In the beginning of 2020, several of the Turkish military observation points came under fire from GoS forces or were surrounded, resulting in deaths and prompting Turkish retaliatory attacks. In the same year, the GoS forces and their allies continued their offensive to retake Idlib governorate from various anti-GoS armed groups, capturing the strategic towns of Maaret al-Numan and Saraqeb, and subsequently advancing in eastern Idlib. The offensive resulted in direct fighting between GoS forces and Turkish forces, triggering Turkey to launch the ‘Operation Spring Shield’ in order to stop the GoS offensive in Idlib governorate. During that period up to March 2020, the security situation in Idlib governorate gravely deteriorated. In January 2020, intensive airstrikes were conducted across the governorate, in which barrel bombs were used and hit civilian locations - such as markets and a mosque - in which civilians were killed and injured. The UN reported that the GoS and pro-government aerial bombardment across the north-west in February 2020 was at some of the highest levels since the start of the conflict. The targets of airstrikes included amongst other schools, markets, and medical facilities. According to multiple sources, the systematic attacks against civilian infrastructure by the GoS and Russian forces resulted in the deaths of hundreds of civilians.

On 6 March 2020, a ceasefire in the Idlib area took effect, which was brokered by Russia and Turkey, and joint Russian and Turkish patrols were agreed to be carried along a security corridor established south of the M4 highway. The March 2020 ceasefire resulted in a lull in airstrikes and a reduction in the shelling in Idlib. However, in 2020, Idlib was the second worst impacted governorate by explosive violence, with 998 civilian casualties recorded. IED incidents continued to occur and during the second half of 2020 there were reported intensified shelling and airstrikes in Idlib city, in rural areas to the west of the town, along the M5 highway and south of the M4 highway, which continued in 2021. The indiscriminate attacks affecting civilians continued in 2021 and specifically in March 2021 there were reported airstrikes and shelling of frontlines and of inhabited areas such as towns and villages.

HTS clashed with rival armed groups, including HAD in mid-2020 managing to reassert its dominance in the area. Confrontations between the armed groups occasionally resulted in civilians being killed in the crossfire in July 2020.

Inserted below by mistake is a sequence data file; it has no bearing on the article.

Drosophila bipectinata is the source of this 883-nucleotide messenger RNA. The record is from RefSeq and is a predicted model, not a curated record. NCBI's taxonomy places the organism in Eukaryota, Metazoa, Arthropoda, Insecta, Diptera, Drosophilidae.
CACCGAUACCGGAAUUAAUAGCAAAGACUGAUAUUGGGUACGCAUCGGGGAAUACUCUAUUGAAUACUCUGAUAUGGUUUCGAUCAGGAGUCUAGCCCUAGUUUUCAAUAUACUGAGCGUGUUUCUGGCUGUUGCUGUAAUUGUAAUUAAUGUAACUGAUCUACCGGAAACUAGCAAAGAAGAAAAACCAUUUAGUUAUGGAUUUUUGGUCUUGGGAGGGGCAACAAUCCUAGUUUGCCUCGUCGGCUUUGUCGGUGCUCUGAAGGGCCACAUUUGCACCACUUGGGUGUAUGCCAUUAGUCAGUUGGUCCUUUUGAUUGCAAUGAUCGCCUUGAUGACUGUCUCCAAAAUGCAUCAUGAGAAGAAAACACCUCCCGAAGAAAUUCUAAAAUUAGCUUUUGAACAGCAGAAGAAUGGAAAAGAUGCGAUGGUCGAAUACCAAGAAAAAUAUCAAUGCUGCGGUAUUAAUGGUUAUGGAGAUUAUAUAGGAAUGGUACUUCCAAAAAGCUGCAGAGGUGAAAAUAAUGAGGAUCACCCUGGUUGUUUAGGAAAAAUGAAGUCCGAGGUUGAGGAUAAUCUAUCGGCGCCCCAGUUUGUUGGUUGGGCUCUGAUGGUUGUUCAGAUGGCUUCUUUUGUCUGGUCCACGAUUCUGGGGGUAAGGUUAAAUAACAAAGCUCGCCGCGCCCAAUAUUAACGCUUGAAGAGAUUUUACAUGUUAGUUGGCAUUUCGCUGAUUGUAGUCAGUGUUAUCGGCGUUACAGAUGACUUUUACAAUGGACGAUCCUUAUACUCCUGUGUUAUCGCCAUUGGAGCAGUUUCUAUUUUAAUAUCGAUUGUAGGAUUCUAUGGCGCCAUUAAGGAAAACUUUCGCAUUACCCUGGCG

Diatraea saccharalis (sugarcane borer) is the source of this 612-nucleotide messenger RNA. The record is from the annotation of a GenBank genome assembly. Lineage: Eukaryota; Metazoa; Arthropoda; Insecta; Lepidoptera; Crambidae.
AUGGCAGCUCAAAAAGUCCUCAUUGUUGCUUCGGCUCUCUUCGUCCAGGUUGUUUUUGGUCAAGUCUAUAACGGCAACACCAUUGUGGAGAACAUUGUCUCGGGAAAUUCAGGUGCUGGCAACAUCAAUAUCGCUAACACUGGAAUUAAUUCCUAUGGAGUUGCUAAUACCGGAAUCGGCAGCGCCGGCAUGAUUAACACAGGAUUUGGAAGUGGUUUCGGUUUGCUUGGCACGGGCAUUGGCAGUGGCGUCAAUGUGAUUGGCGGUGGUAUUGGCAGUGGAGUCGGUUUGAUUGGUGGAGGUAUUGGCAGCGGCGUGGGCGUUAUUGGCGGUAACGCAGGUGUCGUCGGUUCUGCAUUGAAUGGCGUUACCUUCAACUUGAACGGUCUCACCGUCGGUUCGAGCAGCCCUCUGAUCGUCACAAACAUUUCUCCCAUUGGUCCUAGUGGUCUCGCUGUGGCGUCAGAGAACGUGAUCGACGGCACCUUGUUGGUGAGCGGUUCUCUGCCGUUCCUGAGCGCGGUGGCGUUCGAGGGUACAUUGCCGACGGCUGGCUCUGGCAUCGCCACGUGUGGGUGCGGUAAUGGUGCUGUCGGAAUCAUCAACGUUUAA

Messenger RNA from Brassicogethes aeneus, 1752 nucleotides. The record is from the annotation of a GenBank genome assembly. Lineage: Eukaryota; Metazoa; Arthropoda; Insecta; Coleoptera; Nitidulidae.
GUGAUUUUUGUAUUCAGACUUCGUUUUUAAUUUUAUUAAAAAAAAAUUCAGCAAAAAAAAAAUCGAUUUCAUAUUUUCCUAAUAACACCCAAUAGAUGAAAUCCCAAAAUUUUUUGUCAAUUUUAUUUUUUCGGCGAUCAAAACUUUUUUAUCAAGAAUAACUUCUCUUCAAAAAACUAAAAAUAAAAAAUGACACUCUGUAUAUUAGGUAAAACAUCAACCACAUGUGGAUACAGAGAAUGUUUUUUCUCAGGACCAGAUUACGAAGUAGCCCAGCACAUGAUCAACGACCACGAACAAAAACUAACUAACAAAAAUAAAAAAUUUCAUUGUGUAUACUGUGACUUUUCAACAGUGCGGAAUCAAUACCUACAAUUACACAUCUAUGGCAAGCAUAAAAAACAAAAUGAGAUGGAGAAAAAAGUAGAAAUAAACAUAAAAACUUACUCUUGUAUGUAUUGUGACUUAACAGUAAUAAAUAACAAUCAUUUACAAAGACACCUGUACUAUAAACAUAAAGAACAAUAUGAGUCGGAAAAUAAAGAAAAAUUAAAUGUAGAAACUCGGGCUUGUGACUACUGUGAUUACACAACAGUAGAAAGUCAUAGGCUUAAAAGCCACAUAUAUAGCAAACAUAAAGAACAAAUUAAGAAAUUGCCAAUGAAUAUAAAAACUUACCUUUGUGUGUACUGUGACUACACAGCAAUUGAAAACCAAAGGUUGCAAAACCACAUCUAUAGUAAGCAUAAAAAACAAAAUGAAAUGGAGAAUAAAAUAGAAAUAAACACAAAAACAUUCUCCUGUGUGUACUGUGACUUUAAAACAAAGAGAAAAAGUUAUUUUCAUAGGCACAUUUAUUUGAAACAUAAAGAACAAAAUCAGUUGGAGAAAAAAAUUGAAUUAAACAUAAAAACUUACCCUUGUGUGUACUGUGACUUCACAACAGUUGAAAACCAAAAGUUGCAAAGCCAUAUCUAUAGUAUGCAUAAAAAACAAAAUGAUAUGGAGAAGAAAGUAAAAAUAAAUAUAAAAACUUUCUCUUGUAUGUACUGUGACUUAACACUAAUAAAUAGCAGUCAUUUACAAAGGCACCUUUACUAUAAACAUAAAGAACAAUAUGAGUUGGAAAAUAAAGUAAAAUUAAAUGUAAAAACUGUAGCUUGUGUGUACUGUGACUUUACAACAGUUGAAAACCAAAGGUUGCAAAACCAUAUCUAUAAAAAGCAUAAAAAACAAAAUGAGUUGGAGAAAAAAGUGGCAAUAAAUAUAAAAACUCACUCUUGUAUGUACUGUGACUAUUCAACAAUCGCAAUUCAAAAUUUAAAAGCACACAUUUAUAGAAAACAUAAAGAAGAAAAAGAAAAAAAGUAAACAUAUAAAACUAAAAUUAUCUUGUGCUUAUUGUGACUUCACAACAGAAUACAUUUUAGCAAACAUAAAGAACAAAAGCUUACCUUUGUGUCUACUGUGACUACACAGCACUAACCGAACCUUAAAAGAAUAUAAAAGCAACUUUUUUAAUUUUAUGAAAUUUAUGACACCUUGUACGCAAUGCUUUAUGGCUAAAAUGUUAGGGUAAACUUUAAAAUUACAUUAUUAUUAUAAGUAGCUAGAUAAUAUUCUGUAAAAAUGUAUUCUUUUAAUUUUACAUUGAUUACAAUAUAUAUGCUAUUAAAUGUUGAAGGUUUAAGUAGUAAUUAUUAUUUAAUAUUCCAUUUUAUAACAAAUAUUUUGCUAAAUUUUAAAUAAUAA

Unexploded cluster ammunition or other ordnances in Idlib were also reported to cause a threat to civilians living in the area, especially to children who play with or collect scrap metal or objects.

Incidents: data

ACLED recorded 3 982 security incidents (average of 61 security incidents per week) in Idlib governorate in the period from 1 January 2020 to 31 March 2021, of which 3 213 were coded as ‘explosions/remote violence’, 641 as ‘battles’, and 128 as incidents of ‘violence against civilians’. The highest number of security incidents were recorded between January and March 2020, after which the level of security incidents remained largely stable throughout the reporting period.

Geographical scope

During 2020 and the first months of 2021, security incidents occurred in all districts of Idlib governorate, with the largest overall number being recorded in the districts of Al Ma’ra, Idlib and Ariha.

Civilian fatalities: data

VDC recorded 419 civilian fatalities in 2020 and 37 civilian fatalities in the first three months of 2021. SNHR recorded 471 civilian fatalities in 2020 and 61 civilian fatalities in the first three months of 2021. For the full reporting period, this represented 456 civilian fatalities in total or approximately 17 civilian fatalities per 100 000 inhabitants according to VDC data; and 532 civilian fatalities in total or approximately 20 civilian fatalities per 100 000 inhabitants according to SNHR.


For the year 2020, UNOCHA reported 1 070 000 IDP movements from Idlib governorate, including 821 000 IDP movements within the governorate. The GoS military offensive in Idlib between December 2019 and March 2020 caused nearly 960 000 displacements to northern Idlib and Aleppo, of which most were reported to be displaced for a second or third time. For the period after the ceasefire that followed the Idlib offensive (March to December 2020), over 600 000 displacements were recorded in Idlib and Aleppo governorates alone.

In the first three months of 2021, UNOCHA reported 54 300 displacements from Idlib governorate, including 35 900 within the governorate. As of March 2021, IOM assessed that around 220 000 persons living in north-west Syria were at ‘immediate risk of displacement’.

In 2020, 235 000 IDP return movements to the governorate were recorded, including 178 000 within the governorate itself. In the first three months of 2021, UNOCHA reported 14 400 IDP return movements to Idlib governorate, the majority being returns within the governorate.

Further impact on civilians

Throughout the governorate of Idlib, massive damage has been documented in civilian infrastructure and housing. In the town of Idlib, hundreds of buildings have been severely damaged or destroyed, while a significant number of agricultural lands in the southern areas have been burned. It has been recorded that the town of Maarat al-Nu`man has suffered significant damage and most of the town’s residential buildings and key infrastructure showed ‘heavy damage’. Many buildings were likely destroyed by heavy machinery and explosives. It has been estimated that 29.6 % of the population of Idlib governorate was living in damaged buildings and an additional 17.2 % in self-settled camps. More than half of Idlib’s schools have been destroyed, damaged or out of order due to insecurity, whilst an additional 74 schools have been used as shelters. Healthcare infrastructure is regularly damaged or destroyed in airstrikes or shelling.


Looking at the indicators, it can be concluded that the degree of indiscriminate violence in Idlib governorate reaches such a high level, that substantial grounds are shown for believing that a civilian, returned to the governorate, would, solely on account of their presence on its territory, face a real risk of being subject to the serious threat referred to in Article 15(c) QD.